THE VIEW FROM HERE SEASONALLY confused? If not, consider yourself lucky.
With only a few days to go, if you’re not buzzing around in a state of chaotic tension, you’re either one of those smugfaces who had all their Christmas cards written by the end of November, or else you’ve already had your nervous breakdown, have given up on everything and are sprawled on the sofa with a bottle of tequila and a giant bar of Toblerone, watching Countdown.
The rest of us, frantically holding things together like someone slipping over a crevasse with only a frayed rope for support, are having a dreadful time of it.
We haven’t finished our cards, and every post brings unwelcome news of those we’ve forgotten or thought were dead ("Heavens! Dorothy Doldrums! She must be 104! Oh God, I’d better send her one"), the decorations aren’t up, and the fridge is making a sinister noise and leaking nasty little pools of water.
To make matters worse, Delia ruddy Smith keeps telling us how to achieve the perfect Christmas meal, putting the finishing touches to our homemade Christmas cake, and preparing our turkey in good time so we can relax with our loved ones.
Shut up, Delia! I haven’t made a Christmas cake. As for the turkey, it’ll just have to take its chance in the oven which, like the fridge, is on the blink.
What’s that, Delia? Loosen the skin with my hands and pack the stuffing into the neck end, pushing it up between the flesh and the skin towards the breast? Well, what you and Heston get up to is your own business, but if I actually manage even to buy some stuffing (Make it myself? Don’t be ridiculous), it’ll just be rammed in as usual.
I don’t know what Delia is about, anyway, with all these fancy instructions. Last time I saw her, she and Heston were standing in some sort of empty shed, ditching the glitzy ad out of consideration to all those people who aren’t millionaires like them.
Well, that’s nice. But, like almost everything at Christmas, it’s still confusing. Why did Waitrose do any ad at all if the aim was to donate as much as possible to worthy causes? Even empty sheds come at a cost on primetime telly.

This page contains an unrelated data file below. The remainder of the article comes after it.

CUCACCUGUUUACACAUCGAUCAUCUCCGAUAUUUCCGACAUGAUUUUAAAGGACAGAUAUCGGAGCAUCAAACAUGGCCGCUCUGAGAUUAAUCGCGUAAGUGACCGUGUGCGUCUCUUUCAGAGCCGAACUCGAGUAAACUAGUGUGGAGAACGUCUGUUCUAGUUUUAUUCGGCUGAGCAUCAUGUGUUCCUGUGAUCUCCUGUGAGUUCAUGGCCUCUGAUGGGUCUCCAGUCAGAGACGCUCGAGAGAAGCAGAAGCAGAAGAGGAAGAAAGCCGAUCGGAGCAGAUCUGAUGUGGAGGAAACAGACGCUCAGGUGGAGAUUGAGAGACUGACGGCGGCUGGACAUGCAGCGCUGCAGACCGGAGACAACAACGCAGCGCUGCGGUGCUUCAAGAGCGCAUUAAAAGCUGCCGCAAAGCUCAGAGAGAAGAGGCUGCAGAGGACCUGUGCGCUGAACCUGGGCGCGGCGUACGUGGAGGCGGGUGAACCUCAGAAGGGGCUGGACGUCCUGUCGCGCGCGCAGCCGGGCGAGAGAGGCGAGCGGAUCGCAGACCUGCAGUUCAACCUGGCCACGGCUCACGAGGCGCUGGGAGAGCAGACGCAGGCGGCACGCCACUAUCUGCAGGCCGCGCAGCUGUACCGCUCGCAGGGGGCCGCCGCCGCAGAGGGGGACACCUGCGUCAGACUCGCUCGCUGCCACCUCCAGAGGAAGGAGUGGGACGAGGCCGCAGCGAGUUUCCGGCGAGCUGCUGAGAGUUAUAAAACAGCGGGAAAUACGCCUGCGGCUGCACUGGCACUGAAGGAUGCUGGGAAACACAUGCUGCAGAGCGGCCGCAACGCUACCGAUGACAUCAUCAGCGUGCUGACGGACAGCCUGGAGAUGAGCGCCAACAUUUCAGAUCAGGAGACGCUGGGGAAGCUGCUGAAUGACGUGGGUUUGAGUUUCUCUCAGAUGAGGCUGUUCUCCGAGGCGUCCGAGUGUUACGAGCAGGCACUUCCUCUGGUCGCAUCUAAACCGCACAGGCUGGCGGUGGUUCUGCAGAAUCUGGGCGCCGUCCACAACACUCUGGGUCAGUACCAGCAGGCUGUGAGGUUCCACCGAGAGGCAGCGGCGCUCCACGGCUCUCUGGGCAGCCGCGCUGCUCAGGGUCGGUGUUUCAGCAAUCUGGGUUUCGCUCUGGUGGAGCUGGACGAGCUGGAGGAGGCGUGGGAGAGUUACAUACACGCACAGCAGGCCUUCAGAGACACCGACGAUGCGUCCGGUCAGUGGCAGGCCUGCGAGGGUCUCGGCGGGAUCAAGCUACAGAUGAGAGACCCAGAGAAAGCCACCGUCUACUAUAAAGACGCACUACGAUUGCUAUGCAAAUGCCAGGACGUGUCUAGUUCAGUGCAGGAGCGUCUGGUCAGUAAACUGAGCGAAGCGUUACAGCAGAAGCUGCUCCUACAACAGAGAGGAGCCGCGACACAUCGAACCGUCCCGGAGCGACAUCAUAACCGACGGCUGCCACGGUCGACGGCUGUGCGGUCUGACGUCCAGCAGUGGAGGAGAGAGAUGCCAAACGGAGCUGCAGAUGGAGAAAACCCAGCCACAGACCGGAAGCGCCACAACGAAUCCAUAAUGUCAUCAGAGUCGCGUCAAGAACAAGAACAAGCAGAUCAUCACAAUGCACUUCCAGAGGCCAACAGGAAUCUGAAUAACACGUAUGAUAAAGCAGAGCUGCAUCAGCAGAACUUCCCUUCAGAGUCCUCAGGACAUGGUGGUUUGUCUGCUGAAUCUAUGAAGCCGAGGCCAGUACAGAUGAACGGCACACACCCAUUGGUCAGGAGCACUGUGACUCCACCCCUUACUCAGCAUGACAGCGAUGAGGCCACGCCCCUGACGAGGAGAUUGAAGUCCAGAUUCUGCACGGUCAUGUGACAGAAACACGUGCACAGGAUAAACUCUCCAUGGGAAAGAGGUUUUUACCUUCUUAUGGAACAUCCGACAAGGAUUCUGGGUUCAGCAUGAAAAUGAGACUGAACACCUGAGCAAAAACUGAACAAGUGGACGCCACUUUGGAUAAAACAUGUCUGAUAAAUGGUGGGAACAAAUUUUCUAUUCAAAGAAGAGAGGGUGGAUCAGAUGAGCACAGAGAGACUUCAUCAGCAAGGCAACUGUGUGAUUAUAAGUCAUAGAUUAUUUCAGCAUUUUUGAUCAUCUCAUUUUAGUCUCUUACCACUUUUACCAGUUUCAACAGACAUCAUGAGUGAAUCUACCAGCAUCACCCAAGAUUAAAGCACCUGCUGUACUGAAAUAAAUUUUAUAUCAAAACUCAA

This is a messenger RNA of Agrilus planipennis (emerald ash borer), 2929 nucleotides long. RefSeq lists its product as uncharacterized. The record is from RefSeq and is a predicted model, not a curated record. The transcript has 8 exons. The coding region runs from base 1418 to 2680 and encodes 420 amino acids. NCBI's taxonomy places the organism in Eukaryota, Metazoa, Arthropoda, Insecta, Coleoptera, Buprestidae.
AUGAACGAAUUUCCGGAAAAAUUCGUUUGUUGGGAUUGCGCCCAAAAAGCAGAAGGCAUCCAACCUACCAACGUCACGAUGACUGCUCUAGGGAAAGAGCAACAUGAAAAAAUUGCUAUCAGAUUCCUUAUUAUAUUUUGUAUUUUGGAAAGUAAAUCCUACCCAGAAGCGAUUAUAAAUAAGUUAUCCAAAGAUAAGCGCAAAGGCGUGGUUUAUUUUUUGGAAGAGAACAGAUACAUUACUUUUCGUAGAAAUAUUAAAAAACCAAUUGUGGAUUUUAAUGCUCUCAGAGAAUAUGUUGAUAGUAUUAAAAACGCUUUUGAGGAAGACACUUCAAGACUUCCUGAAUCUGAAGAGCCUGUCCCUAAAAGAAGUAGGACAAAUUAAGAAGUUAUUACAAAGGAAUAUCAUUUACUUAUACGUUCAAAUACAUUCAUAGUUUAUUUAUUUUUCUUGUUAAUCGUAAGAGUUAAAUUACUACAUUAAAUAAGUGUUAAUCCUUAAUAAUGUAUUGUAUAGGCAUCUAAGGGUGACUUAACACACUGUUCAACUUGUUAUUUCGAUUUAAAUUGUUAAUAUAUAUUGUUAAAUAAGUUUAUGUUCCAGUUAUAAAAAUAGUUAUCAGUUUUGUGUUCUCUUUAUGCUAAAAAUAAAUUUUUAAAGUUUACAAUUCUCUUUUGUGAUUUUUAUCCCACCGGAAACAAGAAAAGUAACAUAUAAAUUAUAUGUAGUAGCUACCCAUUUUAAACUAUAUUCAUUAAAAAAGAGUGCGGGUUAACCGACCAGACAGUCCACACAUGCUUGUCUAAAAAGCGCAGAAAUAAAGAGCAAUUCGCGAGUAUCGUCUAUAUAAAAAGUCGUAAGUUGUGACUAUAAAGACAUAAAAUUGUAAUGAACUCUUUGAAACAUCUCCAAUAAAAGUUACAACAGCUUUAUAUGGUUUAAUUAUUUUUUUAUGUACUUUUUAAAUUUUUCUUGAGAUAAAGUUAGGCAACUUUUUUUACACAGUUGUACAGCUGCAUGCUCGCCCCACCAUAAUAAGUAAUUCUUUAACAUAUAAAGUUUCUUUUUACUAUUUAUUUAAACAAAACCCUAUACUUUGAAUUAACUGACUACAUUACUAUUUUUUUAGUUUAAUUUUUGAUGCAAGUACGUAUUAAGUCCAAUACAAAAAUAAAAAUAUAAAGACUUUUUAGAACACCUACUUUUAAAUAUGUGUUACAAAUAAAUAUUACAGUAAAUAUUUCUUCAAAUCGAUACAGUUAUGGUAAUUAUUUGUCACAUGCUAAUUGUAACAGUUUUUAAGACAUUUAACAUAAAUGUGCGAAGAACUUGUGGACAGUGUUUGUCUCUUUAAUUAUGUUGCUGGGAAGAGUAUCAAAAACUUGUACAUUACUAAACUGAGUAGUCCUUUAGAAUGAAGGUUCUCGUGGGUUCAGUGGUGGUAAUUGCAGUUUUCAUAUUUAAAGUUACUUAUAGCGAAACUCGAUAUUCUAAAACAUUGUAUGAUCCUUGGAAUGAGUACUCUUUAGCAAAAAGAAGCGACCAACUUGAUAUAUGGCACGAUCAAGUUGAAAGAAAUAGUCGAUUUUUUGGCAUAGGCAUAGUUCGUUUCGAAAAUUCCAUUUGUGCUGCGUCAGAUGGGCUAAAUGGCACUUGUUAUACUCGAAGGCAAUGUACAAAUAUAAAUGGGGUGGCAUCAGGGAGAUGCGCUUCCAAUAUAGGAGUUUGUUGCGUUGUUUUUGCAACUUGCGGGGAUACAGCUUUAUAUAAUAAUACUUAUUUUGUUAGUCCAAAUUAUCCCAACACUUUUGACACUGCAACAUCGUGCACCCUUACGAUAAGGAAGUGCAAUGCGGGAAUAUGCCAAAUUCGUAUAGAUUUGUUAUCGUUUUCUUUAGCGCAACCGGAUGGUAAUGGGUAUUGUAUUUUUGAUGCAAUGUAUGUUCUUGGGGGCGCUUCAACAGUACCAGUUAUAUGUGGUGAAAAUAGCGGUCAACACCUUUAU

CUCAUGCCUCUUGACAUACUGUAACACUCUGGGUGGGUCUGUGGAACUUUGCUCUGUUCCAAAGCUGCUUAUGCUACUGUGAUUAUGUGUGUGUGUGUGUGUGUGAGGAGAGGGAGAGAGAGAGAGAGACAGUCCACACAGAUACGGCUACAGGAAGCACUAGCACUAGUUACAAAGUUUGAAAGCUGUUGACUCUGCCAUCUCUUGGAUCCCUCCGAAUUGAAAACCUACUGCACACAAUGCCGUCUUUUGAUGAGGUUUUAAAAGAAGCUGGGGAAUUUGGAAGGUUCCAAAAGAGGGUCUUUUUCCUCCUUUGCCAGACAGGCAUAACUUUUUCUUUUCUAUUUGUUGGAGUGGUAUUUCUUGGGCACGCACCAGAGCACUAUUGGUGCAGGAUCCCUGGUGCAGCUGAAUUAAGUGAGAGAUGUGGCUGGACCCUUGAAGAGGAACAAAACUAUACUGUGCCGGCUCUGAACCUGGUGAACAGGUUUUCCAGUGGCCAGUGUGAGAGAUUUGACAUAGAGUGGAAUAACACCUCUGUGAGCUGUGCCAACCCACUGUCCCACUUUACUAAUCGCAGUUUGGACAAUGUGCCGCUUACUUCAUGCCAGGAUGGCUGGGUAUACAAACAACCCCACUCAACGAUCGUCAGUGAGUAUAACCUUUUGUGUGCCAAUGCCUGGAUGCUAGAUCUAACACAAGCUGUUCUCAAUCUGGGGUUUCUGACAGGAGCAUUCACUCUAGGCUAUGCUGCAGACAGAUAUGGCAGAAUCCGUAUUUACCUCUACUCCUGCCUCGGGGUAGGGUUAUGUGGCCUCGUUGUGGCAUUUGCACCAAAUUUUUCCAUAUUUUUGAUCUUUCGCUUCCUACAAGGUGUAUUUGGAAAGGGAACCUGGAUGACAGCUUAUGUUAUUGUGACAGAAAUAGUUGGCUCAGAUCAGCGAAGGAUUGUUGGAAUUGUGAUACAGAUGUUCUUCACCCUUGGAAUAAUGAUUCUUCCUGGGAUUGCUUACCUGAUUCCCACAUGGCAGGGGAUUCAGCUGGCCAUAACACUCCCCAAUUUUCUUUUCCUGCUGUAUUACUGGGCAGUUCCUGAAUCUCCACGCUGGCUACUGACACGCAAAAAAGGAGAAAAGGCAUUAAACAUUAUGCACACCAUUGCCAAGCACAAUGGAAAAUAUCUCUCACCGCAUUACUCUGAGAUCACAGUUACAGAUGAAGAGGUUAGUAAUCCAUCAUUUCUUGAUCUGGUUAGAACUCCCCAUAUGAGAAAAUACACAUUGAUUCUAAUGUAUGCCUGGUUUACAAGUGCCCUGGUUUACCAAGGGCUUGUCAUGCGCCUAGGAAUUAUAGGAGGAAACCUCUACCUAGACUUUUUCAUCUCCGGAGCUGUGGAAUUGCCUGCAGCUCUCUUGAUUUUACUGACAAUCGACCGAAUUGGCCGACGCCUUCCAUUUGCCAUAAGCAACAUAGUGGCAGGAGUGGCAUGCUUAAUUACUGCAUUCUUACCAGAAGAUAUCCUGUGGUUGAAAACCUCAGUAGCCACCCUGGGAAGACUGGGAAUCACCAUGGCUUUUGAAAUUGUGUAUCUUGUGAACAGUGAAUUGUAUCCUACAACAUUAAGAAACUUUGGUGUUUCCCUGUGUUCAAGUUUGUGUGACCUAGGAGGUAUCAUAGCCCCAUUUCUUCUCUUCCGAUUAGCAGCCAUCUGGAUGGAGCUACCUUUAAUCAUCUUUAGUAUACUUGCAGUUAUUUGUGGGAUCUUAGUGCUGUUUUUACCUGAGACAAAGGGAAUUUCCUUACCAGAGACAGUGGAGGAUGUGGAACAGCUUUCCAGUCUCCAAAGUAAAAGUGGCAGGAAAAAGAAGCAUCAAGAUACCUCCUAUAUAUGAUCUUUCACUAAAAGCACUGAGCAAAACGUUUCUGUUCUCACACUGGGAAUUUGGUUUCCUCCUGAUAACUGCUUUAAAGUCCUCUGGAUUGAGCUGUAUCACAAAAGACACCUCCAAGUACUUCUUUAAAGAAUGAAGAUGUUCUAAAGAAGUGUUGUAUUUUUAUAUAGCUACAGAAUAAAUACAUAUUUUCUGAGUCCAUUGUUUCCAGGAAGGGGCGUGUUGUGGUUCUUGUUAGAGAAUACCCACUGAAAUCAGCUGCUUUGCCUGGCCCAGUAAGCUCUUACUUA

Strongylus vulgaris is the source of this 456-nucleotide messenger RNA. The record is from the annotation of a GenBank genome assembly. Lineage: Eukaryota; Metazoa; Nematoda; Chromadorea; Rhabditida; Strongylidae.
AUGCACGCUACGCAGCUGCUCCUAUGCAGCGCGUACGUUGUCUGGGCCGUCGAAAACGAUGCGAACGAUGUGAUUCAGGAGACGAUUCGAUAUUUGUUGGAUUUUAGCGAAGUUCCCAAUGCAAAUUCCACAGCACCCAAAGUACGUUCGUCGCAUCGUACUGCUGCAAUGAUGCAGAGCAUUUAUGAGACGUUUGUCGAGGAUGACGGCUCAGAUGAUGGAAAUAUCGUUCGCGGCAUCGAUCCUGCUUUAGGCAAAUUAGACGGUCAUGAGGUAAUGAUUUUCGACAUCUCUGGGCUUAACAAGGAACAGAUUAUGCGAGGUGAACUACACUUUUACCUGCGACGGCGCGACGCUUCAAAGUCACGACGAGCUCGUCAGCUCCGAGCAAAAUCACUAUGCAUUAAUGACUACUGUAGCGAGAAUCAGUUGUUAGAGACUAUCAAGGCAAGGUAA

Still, it made them look good. But while I applaud the store’s commitment to local charities, including some excellent ones on the Island, I don’t see the message replicated as we scurry around the supermarket aisles doing our Christmas shopping.
Instead of telling us to avoid that absurd tin of Belgian biscuits and give the money to the poor instead, we’re exhorted to spend, spend, spend. Just pop a token into the charity box on the way out and everything will be lovely.
Yes, it’s definitely confusing. Charities are dependent on the very generous donations which come their way at Christmas, yet most of us also overspend on triviality and unnecessary items. There’s bedlam in the shopping aisles, but a sacred peace in church aisles as a chorister sings that haunting first verse of Once in Royal David’s City.
I expect God has it all in hand. After all, he organised a pretty confusing first Christmas, didn’t he? Overbooked hotels, mucky stables, a very whoops-a-daisy childbirth, angels suddenly popping up in fields and opulent gifts from royalty.
So perhaps it’s all supposed to be like that, even now, the glory and the tawdry, the sublime and the ridiculous.
Happy Christmas to you all, whatever you’re doing. And if, like mine, your fridge is on the blink, I recommend a large glass of wine and some uplifting carols, after which it will somehow cease to matter.
Penthouse pals not welcome at Hofton House
While a certain degree of disorder reigns down here in my little basement, it is as nothing compared to what is going on in the penthouse suite on this page.
My neighbour, Mr Newbery, who occupies this swanky apartment, has put up the most vulgar string of flashing lights around his picture windows, guzzling electricity and causing my own bijou fairy twinklers to fuse on several occasions.
He’s also erected an appalling 7ft DayGlo fibre-optic tree, and hung a lurid green Spandex’n’tinsel wreath on his door.
Malc Lawrence and Grumpy Greening are in every night, knocking back Christmas punch and sausage rolls, and chortling about the time Fred Winter got stuck in a snowdrift and they had to dig him out with a cricket bat.
No wonder my fridge and oven aren’t working properly. Every time Malc Lawrence charges up his Brite-Lite electric red nose, there’s a surge in the power supply, and my basement goes dark.
I was going to ask them in for a glass of ginger cordial but I can’t face it. Mr Newbery might come in his Santa hat and that would be the last straw.